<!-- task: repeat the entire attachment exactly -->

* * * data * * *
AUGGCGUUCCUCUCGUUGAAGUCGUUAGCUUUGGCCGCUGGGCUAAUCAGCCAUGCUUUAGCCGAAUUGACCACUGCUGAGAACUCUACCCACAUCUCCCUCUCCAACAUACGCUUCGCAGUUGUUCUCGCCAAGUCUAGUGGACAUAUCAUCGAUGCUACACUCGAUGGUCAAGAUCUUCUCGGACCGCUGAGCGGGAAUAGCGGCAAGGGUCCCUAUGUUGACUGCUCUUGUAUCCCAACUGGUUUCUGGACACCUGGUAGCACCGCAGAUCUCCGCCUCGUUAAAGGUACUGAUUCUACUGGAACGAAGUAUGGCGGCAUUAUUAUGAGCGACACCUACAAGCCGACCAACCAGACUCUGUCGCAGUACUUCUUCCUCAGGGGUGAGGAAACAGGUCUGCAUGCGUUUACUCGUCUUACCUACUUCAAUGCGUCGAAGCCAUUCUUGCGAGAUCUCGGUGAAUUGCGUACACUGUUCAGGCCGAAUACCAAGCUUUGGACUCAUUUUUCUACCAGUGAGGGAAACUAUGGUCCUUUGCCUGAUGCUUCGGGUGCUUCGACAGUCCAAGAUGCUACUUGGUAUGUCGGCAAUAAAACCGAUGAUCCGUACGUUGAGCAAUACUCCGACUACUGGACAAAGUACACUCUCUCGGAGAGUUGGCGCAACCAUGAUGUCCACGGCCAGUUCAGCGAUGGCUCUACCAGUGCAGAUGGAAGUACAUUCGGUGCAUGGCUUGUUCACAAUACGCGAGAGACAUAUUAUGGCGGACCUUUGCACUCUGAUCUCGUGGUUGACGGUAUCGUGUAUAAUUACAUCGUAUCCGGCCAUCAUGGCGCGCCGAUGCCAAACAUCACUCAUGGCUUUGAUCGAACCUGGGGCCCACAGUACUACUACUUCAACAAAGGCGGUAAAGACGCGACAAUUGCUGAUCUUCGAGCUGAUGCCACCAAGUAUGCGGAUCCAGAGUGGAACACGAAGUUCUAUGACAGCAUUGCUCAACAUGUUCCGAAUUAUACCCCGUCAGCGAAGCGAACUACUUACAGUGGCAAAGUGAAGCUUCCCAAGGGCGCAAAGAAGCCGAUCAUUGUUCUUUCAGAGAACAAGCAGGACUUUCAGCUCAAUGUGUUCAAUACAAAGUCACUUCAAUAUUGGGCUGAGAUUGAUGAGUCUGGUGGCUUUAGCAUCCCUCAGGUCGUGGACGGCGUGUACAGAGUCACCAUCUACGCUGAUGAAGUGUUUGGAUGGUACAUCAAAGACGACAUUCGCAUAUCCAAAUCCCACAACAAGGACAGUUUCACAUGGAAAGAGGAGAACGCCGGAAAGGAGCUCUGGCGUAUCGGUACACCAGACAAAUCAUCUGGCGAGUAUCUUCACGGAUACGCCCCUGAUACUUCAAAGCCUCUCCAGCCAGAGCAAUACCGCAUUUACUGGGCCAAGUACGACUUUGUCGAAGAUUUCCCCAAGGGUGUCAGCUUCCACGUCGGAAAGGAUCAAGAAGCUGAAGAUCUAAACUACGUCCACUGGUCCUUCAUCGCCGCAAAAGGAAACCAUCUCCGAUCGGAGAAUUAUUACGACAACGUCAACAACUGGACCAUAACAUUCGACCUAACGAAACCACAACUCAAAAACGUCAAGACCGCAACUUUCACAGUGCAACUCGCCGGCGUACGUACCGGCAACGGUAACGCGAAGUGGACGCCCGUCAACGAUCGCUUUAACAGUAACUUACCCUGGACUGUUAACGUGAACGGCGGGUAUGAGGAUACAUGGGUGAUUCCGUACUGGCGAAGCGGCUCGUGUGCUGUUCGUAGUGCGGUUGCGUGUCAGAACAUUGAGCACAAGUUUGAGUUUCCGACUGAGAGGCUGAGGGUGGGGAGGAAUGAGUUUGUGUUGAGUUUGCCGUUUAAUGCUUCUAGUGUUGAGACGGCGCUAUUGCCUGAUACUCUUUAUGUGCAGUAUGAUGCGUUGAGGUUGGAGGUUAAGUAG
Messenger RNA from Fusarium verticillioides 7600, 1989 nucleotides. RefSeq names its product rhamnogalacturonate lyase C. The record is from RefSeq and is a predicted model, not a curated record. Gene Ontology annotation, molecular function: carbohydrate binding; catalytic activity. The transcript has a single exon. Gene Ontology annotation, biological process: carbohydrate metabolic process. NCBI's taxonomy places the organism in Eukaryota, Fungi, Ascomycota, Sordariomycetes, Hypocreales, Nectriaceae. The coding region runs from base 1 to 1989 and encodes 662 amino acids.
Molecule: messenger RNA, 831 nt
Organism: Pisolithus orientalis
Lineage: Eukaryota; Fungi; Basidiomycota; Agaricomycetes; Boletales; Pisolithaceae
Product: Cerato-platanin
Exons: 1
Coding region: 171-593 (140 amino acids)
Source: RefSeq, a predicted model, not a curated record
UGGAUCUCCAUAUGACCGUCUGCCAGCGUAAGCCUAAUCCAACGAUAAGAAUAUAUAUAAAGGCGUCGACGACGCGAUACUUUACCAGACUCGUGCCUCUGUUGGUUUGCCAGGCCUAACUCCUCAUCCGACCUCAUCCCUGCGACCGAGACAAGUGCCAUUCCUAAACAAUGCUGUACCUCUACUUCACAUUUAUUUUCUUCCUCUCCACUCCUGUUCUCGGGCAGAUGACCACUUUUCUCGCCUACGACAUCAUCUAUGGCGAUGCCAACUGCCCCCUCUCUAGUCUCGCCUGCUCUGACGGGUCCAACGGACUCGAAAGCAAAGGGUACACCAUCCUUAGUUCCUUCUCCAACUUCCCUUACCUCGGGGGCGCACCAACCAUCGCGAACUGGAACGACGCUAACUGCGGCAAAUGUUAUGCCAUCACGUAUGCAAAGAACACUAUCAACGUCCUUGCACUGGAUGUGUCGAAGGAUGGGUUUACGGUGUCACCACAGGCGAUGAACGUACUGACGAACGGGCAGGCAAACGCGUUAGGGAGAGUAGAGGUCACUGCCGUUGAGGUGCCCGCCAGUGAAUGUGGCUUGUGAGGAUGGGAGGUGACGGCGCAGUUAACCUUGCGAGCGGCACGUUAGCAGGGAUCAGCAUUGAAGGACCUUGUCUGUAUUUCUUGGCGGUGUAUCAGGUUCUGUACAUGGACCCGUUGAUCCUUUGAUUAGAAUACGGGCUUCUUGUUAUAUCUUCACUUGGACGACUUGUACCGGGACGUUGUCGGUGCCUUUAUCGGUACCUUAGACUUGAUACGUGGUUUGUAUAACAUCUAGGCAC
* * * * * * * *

AUGGCGUUCCUCUCGUUGAAGUCGUUAGCUUUGGCCGCUGGGCUAAUCAGCCAUGCUUUAGCCGAAUUGACCACUGCUGAGAACUCUACCCACAUCUCCCUCUCCAACAUACGCUUCGCAGUUGUUCUCGCCAAGUCUAGUGGACAUAUCAUCGAUGCUACACUCGAUGGUCAAGAUCUUCUCGGACCGCUGAGCGGGAAUAGCGGCAAGGGUCCCUAUGUUGACUGCUCUUGUAUCCCAACUGGUUUCUGGACACCUGGUAGCACCGCAGAUCUCCGCCUCGUUAAAGGUACUGAUUCUACUGGAACGAAGUAUGGCGGCAUUAUUAUGAGCGACACCUACAAGCCGACCAACCAGACUCUGUCGCAGUACUUCUUCCUCAGGGGUGAGGAAACAGGUCUGCAUGCGUUUACUCGUCUUACCUACUUCAAUGCGUCGAAGCCAUUCUUGCGAGAUCUCGGUGAAUUGCGUACACUGUUCAGGCCGAAUACCAAGCUUUGGACUCAUUUUUCUACCAGUGAGGGAAACUAUGGUCCUUUGCCUGAUGCUUCGGGUGCUUCGACAGUCCAAGAUGCUACUUGGUAUGUCGGCAAUAAAACCGAUGAUCCGUACGUUGAGCAAUACUCCGACUACUGGACAAAGUACACUCUCUCGGAGAGUUGGCGCAACCAUGAUGUCCACGGCCAGUUCAGCGAUGGCUCUACCAGUGCAGAUGGAAGUACAUUCGGUGCAUGGCUUGUUCACAAUACGCGAGAGACAUAUUAUGGCGGACCUUUGCACUCUGAUCUCGUGGUUGACGGUAUCGUGUAUAAUUACAUCGUAUCCGGCCAUCAUGGCGCGCCGAUGCCAAACAUCACUCAUGGCUUUGAUCGAACCUGGGGCCCACAGUACUACUACUUCAACAAAGGCGGUAAAGACGCGACAAUUGCUGAUCUUCGAGCUGAUGCCACCAAGUAUGCGGAUCCAGAGUGGAACACGAAGUUCUAUGACAGCAUUGCUCAACAUGUUCCGAAUUAUACCCCGUCAGCGAAGCGAACUACUUACAGUGGCAAAGUGAAGCUUCCCAAGGGCGCAAAGAAGCCGAUCAUUGUUCUUUCAGAGAACAAGCAGGACUUUCAGCUCAAUGUGUUCAAUACAAAGUCACUUCAAUAUUGGGCUGAGAUUGAUGAGUCUGGUGGCUUUAGCAUCCCUCAGGUCGUGGACGGCGUGUACAGAGUCACCAUCUACGCUGAUGAAGUGUUUGGAUGGUACAUCAAAGACGACAUUCGCAUAUCCAAAUCCCACAACAAGGACAGUUUCACAUGGAAAGAGGAGAACGCCGGAAAGGAGCUCUGGCGUAUCGGUACACCAGACAAAUCAUCUGGCGAGUAUCUUCACGGAUACGCCCCUGAUACUUCAAAGCCUCUCCAGCCAGAGCAAUACCGCAUUUACUGGGCCAAGUACGACUUUGUCGAAGAUUUCCCCAAGGGUGUCAGCUUCCACGUCGGAAAGGAUCAAGAAGCUGAAGAUCUAAACUACGUCCACUGGUCCUUCAUCGCCGCAAAAGGAAACCAUCUCCGAUCGGAGAAUUAUUACGACAACGUCAACAACUGGACCAUAACAUUCGACCUAACGAAACCACAACUCAAAAACGUCAAGACCGCAACUUUCACAGUGCAACUCGCCGGCGUACGUACCGGCAACGGUAACGCGAAGUGGACGCCCGUCAACGAUCGCUUUAACAGUAACUUACCCUGGACUGUUAACGUGAACGGCGGGUAUGAGGAUACAUGGGUGAUUCCGUACUGGCGAAGCGGCUCGUGUGCUGUUCGUAGUGCGGUUGCGUGUCAGAACAUUGAGCACAAGUUUGAGUUUCCGACUGAGAGGCUGAGGGUGGGGAGGAAUGAGUUUGUGUUGAGUUUGCCGUUUAAUGCUUCUAGUGUUGAGACGGCGCUAUUGCCUGAUACUCUUUAUGUGCAGUAUGAUGCGUUGAGGUUGGAGGUUAAGUAG
Messenger RNA from Fusarium verticillioides 7600, 1989 nucleotides. RefSeq names its product rhamnogalacturonate lyase C. The record is from RefSeq and is a predicted model, not a curated record. Gene Ontology annotation, molecular function: carbohydrate binding; catalytic activity. The transcript has a single exon. Gene Ontology annotation, biological process: carbohydrate metabolic process. NCBI's taxonomy places the organism in Eukaryota, Fungi, Ascomycota, Sordariomycetes, Hypocreales, Nectriaceae. The coding region runs from base 1 to 1989 and encodes 662 amino acids.
Molecule: messenger RNA, 831 nt
Organism: Pisolithus orientalis
Lineage: Eukaryota; Fungi; Basidiomycota; Agaricomycetes; Boletales; Pisolithaceae
Product: Cerato-platanin
Exons: 1
Coding region: 171-593 (140 amino acids)
Source: RefSeq, a predicted model, not a curated record
UGGAUCUCCAUAUGACCGUCUGCCAGCGUAAGCCUAAUCCAACGAUAAGAAUAUAUAUAAAGGCGUCGACGACGCGAUACUUUACCAGACUCGUGCCUCUGUUGGUUUGCCAGGCCUAACUCCUCAUCCGACCUCAUCCCUGCGACCGAGACAAGUGCCAUUCCUAAACAAUGCUGUACCUCUACUUCACAUUUAUUUUCUUCCUCUCCACUCCUGUUCUCGGGCAGAUGACCACUUUUCUCGCCUACGACAUCAUCUAUGGCGAUGCCAACUGCCCCCUCUCUAGUCUCGCCUGCUCUGACGGGUCCAACGGACUCGAAAGCAAAGGGUACACCAUCCUUAGUUCCUUCUCCAACUUCCCUUACCUCGGGGGCGCACCAACCAUCGCGAACUGGAACGACGCUAACUGCGGCAAAUGUUAUGCCAUCACGUAUGCAAAGAACACUAUCAACGUCCUUGCACUGGAUGUGUCGAAGGAUGGGUUUACGGUGUCACCACAGGCGAUGAACGUACUGACGAACGGGCAGGCAAACGCGUUAGGGAGAGUAGAGGUCACUGCCGUUGAGGUGCCCGCCAGUGAAUGUGGCUUGUGAGGAUGGGAGGUGACGGCGCAGUUAACCUUGCGAGCGGCACGUUAGCAGGGAUCAGCAUUGAAGGACCUUGUCUGUAUUUCUUGGCGGUGUAUCAGGUUCUGUACAUGGACCCGUUGAUCCUUUGAUUAGAAUACGGGCUUCUUGUUAUAUCUUCACUUGGACGACUUGUACCGGGACGUUGUCGGUGCCUUUAUCGGUACCUUAGACUUGAUACGUGGUUUGUAUAACAUCUAGGCAC